Edvard Munch’s wish in death was to immortalize his suffering and his paintings speak to this central message

Tragedy in the family is the central theme in The Scream and The Sick Child. The Scream is one of the most well-known of Munch’s paintings.


Expressionism was one of the most renowned ways artists in the nineteenth century expressed themselves. European expressionists created their art by answering the inner recesses of the heart and the psyche. It was said that Edvard Munch’s paintings symbolized the epoch’s Expressionist views and were considered the most renowned. Munch’s artworks were an expression of his psyche, which was affected by bouts of mental illness and tragedy in the family. 

The Scream. Date: 1895. Artist: Edvard Munch. Norwegian, 1863-1944. Art in the public domain. The Art Institute of Chicago.

In the opening lines of The Self and the Psyche, Bassie and Ingles (2016) disclosed: “A potent aspect of Expressionism was the conviction, held by its creators, that their endeavors were carrying art into a wholly new realm of experience” (p. 39). In other words, Expressionist art is a continuation of an experience, and for Munch, the horrible experiences of death, coupled with an inherited mental illness, are expressed through art forms. The paintings such as The Scream, horrible as they may seem but are critically acclaimed because of the almost perfect rendition of the lines and colors, are immortalized in the Munch’s Museum in Oslo. 

Birth and Early Life 

Edvard Munch was born on December 12, 1863, in Ådalsbruk, Løten, Norway, the second child of Laura and Christian Munch (a doctor). Munch grew up in Christiana (now Oslo). He was an intelligent artist but was troubled with mental sickness he inherited from his father, tuberculosis from his mother, and his experiences with death as a child and teenager. In 1868, his mother, Laura, died of tuberculosis, and a few years after, his sister Sophie succumbed to the same disease. His father, Dr. Munch, was a religious person, and this religiosity became more intense after Laura’s death, affecting his behavior and relationship with his children. He was an authoritarian parent, sometimes giving punishment to Munch (Ingles, 2011). The struggle and experience with death caused Munch more suffering, a setting that is much present in The Sick Child. There were six versions of The Sick Child in ten-year intervals; the first version was made in 1885-1886 (Ingles, 2011). 

In 1879, Munch attended the Technical College in Christiania to take up engineering. As an engineering student, he learned to know about perspective and scaled drawing, but he quit his studies early on and pursued his desire to become a painter. The death of his mother and two sisters caused Munch anxiety and depression, which occurred at intervals during adult life (Azeem, 2015). Munch described his struggle with sickness and death through his paintings as if his soul was in a cage. We could sense in his art the mental anguish, resulting in emotional self-destruction and despair, coupled with experiences with drugs, absinthe, sometimes he tried to commit suicide because, as he said, the devil was speaking to him (Prideaux, 2005).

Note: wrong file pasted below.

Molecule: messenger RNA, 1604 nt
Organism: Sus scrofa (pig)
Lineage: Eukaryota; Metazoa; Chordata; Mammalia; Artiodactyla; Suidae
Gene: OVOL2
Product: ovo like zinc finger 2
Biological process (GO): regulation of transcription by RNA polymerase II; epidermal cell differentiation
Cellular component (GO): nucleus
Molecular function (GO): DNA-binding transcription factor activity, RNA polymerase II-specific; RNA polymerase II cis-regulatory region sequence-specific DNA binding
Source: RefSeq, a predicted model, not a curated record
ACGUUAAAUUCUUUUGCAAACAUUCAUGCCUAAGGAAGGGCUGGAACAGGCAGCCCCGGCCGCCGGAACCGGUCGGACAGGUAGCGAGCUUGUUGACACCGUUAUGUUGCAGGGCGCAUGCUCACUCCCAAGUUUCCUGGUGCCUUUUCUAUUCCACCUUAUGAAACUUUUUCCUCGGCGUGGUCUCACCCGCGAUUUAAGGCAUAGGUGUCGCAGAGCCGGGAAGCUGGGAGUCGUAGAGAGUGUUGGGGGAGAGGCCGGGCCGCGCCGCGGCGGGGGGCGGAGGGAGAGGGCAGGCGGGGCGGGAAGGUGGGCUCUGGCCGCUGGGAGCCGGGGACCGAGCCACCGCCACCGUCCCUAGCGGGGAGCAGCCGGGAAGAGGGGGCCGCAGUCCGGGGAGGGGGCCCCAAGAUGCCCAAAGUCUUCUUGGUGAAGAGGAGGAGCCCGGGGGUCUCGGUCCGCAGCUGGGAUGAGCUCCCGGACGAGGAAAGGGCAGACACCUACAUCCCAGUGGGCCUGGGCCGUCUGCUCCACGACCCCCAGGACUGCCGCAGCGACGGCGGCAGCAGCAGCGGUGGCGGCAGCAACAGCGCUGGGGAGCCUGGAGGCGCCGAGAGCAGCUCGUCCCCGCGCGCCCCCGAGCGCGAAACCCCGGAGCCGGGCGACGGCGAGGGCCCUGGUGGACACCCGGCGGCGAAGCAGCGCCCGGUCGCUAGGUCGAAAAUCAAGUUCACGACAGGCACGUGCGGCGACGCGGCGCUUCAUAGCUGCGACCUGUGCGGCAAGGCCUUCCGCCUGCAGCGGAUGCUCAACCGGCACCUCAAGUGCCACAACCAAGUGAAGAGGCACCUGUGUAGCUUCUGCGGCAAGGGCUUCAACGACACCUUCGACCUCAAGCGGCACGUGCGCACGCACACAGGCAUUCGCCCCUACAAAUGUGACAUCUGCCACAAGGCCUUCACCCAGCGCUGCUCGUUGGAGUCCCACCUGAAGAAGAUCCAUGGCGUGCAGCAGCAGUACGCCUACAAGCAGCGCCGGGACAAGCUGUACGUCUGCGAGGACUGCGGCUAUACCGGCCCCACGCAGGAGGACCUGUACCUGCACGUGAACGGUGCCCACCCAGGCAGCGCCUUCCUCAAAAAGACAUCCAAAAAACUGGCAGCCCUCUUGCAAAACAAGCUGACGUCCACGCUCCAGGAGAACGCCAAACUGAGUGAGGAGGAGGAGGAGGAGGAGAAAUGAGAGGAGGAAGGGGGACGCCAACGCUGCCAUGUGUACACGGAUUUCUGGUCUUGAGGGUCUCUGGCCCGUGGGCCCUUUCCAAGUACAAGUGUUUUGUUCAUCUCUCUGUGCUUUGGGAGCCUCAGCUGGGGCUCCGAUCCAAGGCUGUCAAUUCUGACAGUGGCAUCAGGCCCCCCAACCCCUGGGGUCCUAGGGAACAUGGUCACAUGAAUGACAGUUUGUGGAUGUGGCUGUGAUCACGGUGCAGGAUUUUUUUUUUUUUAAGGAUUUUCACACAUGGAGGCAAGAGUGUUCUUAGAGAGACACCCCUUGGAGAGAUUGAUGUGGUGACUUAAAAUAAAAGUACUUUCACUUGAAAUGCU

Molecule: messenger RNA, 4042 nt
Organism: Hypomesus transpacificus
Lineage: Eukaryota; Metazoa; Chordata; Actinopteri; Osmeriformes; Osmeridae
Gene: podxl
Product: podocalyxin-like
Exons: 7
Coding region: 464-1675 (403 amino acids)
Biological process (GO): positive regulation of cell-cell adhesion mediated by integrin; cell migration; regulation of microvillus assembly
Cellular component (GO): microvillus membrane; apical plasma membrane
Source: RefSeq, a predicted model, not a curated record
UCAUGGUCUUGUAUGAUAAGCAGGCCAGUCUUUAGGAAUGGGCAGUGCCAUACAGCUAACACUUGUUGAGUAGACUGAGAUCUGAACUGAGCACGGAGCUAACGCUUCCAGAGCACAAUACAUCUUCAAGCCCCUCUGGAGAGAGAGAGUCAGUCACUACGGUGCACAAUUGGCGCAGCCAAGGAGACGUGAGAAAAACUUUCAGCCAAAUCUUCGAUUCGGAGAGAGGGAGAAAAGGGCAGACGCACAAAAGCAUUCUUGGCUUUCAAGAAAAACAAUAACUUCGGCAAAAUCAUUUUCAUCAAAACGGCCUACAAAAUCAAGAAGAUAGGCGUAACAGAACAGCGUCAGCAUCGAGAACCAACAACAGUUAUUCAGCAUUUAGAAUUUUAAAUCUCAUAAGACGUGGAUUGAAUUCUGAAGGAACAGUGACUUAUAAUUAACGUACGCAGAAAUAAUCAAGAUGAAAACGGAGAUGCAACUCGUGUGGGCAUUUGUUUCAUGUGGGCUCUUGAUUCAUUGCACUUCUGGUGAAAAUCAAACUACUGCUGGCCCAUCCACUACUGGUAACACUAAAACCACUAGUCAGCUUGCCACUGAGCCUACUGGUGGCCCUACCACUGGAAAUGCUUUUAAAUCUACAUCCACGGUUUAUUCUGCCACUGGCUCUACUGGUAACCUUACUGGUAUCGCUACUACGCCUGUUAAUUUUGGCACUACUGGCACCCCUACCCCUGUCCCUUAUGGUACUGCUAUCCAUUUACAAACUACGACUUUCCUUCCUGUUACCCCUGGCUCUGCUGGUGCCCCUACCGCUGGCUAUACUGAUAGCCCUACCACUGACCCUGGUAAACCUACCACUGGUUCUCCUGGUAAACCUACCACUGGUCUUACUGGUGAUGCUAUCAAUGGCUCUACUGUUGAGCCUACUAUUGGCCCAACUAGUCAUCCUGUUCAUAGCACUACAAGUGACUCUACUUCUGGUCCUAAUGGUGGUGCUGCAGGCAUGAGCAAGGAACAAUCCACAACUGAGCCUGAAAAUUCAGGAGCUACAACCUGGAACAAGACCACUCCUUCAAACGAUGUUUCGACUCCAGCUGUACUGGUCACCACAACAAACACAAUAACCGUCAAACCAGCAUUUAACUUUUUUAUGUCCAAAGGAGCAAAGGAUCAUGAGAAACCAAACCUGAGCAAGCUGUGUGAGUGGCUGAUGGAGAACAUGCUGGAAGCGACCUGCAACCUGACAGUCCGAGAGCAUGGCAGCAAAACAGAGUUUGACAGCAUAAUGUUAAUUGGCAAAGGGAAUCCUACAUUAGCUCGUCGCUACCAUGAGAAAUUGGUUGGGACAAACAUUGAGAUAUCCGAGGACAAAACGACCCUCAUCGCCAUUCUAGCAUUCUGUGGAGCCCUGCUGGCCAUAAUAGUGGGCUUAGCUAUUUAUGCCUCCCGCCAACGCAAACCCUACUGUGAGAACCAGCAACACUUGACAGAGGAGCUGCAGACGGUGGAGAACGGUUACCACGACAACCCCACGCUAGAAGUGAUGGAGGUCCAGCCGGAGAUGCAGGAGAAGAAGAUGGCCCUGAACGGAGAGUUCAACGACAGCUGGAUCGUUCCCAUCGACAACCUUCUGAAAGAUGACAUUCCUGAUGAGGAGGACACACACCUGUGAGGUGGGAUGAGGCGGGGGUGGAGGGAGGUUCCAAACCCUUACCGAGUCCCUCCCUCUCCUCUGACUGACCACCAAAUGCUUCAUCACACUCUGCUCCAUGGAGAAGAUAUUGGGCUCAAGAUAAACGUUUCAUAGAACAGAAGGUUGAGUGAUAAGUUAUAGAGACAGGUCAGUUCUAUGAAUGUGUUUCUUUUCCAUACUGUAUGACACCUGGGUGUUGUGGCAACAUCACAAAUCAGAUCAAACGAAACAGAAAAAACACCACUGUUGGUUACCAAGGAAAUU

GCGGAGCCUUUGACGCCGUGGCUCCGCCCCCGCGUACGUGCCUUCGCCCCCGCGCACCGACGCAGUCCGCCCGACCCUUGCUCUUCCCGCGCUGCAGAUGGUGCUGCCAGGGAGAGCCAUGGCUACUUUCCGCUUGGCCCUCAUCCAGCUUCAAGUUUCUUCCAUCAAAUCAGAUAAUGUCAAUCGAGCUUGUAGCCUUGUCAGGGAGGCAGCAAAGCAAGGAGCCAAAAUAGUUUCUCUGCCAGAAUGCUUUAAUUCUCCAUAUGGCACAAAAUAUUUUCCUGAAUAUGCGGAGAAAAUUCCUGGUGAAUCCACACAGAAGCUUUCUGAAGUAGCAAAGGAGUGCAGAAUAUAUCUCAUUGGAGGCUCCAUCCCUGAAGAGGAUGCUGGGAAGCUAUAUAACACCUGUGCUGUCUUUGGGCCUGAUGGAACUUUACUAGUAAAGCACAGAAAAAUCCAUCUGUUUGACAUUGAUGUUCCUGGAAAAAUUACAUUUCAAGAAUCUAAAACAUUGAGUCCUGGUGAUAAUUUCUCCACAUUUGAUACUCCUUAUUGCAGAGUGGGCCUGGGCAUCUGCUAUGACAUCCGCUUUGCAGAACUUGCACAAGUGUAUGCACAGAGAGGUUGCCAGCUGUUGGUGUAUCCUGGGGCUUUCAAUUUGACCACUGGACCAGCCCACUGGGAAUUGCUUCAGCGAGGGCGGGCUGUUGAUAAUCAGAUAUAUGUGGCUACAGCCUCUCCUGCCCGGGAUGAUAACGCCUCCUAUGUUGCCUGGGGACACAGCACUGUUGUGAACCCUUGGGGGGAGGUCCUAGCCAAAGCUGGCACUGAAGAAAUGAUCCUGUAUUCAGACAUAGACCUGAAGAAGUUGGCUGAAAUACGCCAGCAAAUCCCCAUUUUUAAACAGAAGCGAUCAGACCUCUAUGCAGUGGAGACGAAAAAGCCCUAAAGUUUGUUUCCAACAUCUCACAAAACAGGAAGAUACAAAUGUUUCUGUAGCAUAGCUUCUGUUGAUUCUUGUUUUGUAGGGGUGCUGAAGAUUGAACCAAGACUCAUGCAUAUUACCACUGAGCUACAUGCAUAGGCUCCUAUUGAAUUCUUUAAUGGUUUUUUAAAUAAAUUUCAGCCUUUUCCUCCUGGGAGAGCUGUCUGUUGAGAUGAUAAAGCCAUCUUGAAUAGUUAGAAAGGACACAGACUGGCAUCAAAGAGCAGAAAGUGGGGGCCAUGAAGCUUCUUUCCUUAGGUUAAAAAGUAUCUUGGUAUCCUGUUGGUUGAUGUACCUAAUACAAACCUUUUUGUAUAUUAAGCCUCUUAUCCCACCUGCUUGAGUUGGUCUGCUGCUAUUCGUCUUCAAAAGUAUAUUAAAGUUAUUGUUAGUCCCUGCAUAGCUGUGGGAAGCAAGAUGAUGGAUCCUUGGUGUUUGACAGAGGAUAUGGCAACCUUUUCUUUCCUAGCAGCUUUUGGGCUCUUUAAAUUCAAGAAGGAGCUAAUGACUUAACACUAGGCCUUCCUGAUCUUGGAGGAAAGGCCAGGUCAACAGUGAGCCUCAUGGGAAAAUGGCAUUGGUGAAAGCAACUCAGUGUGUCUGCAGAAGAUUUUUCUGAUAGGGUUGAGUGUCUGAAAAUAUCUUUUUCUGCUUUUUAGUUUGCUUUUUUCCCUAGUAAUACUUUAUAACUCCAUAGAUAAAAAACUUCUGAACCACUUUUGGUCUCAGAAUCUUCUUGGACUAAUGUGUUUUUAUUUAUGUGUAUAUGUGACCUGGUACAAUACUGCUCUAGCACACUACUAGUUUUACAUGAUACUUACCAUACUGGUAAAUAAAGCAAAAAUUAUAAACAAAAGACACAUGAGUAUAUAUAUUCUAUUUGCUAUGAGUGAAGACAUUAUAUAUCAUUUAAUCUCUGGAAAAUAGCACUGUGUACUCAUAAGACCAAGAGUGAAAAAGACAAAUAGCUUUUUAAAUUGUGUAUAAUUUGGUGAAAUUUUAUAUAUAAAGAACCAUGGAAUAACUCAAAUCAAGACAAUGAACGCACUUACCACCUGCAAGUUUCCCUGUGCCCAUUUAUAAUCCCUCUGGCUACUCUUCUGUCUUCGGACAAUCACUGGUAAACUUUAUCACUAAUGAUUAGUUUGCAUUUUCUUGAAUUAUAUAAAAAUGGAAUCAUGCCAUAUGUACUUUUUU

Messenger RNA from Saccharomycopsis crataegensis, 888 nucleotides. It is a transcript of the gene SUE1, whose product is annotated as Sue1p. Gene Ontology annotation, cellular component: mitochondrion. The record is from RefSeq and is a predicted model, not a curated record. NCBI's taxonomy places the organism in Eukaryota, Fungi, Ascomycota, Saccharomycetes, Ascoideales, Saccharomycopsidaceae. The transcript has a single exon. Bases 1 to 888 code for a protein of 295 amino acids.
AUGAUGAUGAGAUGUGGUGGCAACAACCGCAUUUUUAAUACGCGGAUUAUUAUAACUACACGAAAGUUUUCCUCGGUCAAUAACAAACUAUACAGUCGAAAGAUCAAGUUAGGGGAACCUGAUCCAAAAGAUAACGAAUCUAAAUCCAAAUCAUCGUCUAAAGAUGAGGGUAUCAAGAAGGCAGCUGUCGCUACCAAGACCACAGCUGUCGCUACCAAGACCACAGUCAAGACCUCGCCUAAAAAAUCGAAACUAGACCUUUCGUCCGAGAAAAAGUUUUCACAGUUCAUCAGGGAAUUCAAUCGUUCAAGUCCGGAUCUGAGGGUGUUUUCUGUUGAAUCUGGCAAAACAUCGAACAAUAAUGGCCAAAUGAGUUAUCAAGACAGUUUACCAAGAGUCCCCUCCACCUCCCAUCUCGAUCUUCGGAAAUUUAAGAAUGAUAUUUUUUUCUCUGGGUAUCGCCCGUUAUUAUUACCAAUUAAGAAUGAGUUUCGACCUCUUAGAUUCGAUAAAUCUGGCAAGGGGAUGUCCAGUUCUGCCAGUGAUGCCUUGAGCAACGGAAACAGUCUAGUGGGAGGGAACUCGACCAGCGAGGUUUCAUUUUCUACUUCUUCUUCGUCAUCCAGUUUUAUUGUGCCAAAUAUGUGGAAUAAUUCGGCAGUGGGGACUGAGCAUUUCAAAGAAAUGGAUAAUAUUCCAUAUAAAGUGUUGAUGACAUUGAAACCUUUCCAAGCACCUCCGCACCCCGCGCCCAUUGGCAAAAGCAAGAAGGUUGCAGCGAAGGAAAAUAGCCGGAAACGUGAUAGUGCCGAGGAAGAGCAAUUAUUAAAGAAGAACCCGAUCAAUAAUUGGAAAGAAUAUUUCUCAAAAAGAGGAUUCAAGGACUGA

Munch was concerned about the development of his art through education. He used self-study to improve his knowledge of the arts and the renowned artists of his time. He read particularly Nietzsche, which influenced his works, but this influence was also reciprocal when both their works of art bored some similar features (Prideaux, 2005, p. 8). In 1884, he sold a painting, Morning (A Servant Girl), to Frits Thaulow, who gave him enough money to visit Antwerp and study in Paris. This gave him the opportunity to know a girl by the name of Emilie Thaulaw, who was married to a distant cousin. Having an affair with a married woman did not give much concern to Munch. There came a time that he did not believe in God because he suffered a lot as a child. Her relationship with Emilie was not made in heaven, as they say. Thaulow was 24, Munch was only 22, who did not have previous experience with girls. But he was enamored – to the point of obsession – with the blonde, Scandinavian beauty, who had a lot of admirers. Munch later realized that Milly was not faithful to him. He painted the Vampire, which was about a hating and vengeful heart, a victim of a woman’s unfaithful love.

Major Accomplishments

To the painter, his paintings had life by themselves – they gave him company. Whenever Munch sold one of his paintings, he felt lonely about it, so he painted another one that looked like it to provide him with the company. This could be why there are several versions for one theme: The Sick Child, for example, has several versions or copies. From 1903 to 1935, he painted twelve different variations of Girls on the Bridge. Munch was also vague on titles, and he did not give much importance to some of his paintings.

Munch’s paintings were like the pages of a diary (Prideaux, 2005); he exhorted himself even more than as a painter. He perfected the intricacies of graphic art from the time he started in Berlin at age 31. He mastered the art of print-making, motivated by his desire to increase his finances. His German donor, Baron von Bodenhausen, encouraged him to make print-making for money and collector base. Munch mastered engraving and lithographs, etching, and a new style in monochrome, which gave sharper and more focused painting. He was successful with the latter; many were captivated by the pure color, which brought enhanced expression to the emotions conveyed by the paintings from which they were based. He also excelled in woodcuts, an art form he learned in Paris, which gave concise emotional expressions.